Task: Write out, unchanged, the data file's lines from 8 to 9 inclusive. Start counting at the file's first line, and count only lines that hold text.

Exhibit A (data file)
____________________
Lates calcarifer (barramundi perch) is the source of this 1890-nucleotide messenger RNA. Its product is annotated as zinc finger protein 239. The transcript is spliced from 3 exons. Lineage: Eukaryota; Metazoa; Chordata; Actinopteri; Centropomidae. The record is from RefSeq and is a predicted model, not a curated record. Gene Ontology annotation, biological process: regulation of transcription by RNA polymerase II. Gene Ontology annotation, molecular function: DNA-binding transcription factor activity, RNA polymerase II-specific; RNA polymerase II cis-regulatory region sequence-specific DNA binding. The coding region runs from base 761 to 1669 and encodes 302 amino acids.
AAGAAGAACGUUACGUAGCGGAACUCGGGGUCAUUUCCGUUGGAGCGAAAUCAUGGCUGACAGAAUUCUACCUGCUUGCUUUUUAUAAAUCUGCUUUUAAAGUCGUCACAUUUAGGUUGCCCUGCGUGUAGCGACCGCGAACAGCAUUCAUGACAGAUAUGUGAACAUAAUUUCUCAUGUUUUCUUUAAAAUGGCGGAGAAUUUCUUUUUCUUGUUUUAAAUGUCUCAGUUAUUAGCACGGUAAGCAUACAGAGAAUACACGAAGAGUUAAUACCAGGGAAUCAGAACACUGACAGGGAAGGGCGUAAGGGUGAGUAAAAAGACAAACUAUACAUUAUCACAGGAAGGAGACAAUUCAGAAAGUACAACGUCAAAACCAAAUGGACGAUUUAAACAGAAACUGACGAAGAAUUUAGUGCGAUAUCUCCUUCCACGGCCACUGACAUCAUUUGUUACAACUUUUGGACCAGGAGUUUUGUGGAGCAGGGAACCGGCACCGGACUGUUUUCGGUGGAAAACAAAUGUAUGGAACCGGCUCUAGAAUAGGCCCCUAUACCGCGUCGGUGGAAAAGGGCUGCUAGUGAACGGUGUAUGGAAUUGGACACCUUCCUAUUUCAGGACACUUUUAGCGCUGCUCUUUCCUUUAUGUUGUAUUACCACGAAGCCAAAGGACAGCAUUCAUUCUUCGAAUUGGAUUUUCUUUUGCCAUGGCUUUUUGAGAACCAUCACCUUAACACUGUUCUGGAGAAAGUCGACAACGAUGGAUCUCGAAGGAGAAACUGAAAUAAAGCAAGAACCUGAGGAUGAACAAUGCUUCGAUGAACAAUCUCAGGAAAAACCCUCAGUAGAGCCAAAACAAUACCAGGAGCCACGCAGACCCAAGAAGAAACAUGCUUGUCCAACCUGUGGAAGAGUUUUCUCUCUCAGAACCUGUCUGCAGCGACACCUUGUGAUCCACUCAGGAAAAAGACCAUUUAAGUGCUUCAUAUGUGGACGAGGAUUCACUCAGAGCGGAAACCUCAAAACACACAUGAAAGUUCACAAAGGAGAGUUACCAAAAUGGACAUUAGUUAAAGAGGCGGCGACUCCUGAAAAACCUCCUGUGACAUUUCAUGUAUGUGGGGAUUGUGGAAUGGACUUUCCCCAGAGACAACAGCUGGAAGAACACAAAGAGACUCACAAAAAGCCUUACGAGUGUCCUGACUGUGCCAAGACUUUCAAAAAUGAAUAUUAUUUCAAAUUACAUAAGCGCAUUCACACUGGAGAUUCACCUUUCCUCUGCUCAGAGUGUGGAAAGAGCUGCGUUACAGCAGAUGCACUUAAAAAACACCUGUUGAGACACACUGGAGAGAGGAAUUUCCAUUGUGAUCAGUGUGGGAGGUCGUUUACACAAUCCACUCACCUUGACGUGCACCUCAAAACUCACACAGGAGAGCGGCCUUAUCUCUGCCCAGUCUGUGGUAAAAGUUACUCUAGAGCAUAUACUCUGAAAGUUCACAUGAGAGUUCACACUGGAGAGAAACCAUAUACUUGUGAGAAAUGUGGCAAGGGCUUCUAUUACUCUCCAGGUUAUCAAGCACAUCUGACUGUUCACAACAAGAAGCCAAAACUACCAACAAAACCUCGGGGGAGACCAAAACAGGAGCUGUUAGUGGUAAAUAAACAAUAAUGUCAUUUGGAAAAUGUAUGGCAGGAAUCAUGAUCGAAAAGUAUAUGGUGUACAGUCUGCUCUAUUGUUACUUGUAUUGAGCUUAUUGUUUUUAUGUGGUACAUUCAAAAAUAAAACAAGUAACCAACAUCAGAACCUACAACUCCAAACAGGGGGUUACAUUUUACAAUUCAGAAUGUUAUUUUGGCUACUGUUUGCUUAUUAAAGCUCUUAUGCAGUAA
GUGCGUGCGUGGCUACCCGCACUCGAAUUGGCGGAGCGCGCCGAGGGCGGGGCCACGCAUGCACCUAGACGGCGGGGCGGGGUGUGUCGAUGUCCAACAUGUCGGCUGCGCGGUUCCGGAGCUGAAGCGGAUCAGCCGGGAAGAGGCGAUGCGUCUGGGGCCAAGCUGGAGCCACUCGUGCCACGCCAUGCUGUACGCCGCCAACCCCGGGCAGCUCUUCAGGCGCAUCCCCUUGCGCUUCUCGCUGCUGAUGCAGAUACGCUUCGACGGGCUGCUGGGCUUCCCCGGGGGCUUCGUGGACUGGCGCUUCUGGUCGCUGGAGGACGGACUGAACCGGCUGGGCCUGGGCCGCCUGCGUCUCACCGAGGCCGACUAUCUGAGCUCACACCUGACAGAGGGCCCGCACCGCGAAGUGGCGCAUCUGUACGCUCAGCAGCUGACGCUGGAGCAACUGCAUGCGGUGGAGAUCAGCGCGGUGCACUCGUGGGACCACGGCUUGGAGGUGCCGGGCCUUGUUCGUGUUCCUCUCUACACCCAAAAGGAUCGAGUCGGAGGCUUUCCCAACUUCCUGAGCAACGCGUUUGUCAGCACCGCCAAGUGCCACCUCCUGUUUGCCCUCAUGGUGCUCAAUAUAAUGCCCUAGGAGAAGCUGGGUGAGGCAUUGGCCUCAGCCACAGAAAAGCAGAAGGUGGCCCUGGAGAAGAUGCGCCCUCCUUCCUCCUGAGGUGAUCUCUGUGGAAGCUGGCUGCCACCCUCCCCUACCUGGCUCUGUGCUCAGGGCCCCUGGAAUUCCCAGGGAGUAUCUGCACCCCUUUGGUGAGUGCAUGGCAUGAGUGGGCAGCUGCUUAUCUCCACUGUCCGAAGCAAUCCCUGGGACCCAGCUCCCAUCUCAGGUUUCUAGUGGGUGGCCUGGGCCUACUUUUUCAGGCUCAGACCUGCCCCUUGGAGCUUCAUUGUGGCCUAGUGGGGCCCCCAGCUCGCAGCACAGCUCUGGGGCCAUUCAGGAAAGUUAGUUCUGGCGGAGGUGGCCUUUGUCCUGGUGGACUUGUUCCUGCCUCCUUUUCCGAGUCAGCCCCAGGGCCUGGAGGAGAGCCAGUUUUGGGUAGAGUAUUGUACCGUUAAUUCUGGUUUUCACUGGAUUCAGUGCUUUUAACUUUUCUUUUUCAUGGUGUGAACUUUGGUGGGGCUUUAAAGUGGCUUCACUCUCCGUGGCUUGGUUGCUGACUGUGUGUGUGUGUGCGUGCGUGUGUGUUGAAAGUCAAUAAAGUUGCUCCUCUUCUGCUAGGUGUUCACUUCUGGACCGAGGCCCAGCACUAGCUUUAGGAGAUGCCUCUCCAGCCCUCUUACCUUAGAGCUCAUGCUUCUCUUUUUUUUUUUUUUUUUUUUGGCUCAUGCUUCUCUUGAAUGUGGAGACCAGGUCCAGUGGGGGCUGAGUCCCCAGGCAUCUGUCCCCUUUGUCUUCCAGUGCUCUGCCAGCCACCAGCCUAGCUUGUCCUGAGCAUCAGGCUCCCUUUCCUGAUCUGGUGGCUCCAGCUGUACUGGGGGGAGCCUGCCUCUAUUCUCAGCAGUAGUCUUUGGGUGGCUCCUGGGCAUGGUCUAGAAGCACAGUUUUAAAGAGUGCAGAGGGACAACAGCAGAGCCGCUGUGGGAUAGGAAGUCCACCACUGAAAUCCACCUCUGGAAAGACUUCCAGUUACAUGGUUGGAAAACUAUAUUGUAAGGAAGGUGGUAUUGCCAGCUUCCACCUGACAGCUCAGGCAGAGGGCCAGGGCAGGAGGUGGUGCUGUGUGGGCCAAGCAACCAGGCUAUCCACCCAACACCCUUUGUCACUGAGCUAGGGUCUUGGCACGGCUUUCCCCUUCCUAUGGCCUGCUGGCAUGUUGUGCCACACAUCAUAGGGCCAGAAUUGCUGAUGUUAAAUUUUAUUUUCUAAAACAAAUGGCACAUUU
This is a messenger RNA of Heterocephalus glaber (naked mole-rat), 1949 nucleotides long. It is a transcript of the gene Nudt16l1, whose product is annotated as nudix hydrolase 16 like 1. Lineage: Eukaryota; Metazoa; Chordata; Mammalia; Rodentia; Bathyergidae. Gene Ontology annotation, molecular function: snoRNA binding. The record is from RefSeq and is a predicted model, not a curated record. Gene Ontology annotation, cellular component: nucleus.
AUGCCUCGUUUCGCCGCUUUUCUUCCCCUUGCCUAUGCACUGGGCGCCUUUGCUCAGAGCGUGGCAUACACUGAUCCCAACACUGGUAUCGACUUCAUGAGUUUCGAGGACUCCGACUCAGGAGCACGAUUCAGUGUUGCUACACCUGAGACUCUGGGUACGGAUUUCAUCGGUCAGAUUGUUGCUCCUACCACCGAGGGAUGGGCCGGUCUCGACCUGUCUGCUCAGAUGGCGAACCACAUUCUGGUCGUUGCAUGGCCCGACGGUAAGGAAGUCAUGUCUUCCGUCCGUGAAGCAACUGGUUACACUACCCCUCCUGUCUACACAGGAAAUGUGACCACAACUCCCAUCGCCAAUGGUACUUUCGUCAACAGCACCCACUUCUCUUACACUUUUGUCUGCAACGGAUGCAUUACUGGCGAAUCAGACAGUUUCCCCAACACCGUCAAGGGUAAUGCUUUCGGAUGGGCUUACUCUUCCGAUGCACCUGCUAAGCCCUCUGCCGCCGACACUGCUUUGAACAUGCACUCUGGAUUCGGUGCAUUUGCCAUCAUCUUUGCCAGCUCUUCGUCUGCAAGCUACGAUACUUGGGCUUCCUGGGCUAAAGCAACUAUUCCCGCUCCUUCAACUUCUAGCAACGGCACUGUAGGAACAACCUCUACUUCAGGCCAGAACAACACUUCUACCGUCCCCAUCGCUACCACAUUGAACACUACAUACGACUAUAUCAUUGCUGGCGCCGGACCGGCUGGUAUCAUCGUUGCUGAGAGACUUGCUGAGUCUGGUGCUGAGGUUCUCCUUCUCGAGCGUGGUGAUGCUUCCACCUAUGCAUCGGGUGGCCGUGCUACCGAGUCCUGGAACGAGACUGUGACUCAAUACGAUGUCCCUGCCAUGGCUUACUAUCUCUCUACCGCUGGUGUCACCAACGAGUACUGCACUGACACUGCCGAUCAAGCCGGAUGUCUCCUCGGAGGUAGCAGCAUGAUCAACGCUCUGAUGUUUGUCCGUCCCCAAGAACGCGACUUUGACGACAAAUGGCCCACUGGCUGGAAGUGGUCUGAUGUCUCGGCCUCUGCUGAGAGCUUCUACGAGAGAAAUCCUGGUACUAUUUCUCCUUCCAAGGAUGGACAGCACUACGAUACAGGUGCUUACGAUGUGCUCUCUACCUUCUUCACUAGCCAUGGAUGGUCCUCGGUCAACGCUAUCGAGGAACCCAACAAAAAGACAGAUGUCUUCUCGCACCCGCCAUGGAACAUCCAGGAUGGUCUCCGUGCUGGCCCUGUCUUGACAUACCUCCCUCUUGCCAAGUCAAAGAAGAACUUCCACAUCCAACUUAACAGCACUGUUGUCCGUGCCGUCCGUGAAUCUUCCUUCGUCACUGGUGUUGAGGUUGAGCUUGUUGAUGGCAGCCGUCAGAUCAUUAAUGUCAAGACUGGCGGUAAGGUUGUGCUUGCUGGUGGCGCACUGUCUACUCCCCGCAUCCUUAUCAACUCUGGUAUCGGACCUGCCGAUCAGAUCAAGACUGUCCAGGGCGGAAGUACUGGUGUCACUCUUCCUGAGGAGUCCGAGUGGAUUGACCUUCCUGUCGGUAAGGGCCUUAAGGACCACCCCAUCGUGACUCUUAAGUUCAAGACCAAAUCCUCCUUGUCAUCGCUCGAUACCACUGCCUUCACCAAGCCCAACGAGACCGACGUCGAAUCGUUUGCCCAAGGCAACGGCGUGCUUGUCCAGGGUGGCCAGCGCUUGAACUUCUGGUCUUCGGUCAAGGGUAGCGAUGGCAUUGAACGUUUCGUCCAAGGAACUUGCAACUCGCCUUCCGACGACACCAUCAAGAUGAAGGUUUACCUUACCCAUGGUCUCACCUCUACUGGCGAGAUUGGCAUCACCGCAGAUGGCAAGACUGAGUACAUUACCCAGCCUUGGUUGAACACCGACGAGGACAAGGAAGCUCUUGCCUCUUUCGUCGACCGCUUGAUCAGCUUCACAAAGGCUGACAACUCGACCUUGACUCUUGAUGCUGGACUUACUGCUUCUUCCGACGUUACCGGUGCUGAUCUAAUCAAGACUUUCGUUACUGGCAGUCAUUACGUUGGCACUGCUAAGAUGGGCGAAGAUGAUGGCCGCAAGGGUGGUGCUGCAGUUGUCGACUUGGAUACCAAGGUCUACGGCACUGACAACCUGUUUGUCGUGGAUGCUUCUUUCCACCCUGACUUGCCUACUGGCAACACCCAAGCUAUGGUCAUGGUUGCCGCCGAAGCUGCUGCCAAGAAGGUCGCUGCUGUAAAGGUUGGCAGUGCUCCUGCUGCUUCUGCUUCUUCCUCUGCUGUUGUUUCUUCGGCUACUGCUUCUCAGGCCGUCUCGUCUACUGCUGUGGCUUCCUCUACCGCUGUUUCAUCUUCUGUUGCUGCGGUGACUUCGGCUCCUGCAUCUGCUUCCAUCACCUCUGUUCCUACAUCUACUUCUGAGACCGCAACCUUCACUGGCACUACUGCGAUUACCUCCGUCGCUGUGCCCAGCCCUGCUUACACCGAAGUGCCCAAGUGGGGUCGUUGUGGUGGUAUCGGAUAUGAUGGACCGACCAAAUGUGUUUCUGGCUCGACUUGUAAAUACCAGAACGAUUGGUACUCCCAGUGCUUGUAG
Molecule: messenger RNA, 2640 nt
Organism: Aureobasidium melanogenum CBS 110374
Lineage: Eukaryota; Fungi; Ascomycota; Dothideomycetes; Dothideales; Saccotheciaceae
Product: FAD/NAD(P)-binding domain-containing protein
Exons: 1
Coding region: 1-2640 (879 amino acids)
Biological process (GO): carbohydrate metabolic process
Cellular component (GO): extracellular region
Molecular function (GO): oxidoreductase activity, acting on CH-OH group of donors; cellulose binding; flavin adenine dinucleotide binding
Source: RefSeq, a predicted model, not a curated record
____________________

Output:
Lineage: Eukaryota; Fungi; Ascomycota; Dothideomycetes; Dothideales; Saccotheciaceae
Product: FAD/NAD(P)-binding domain-containing protein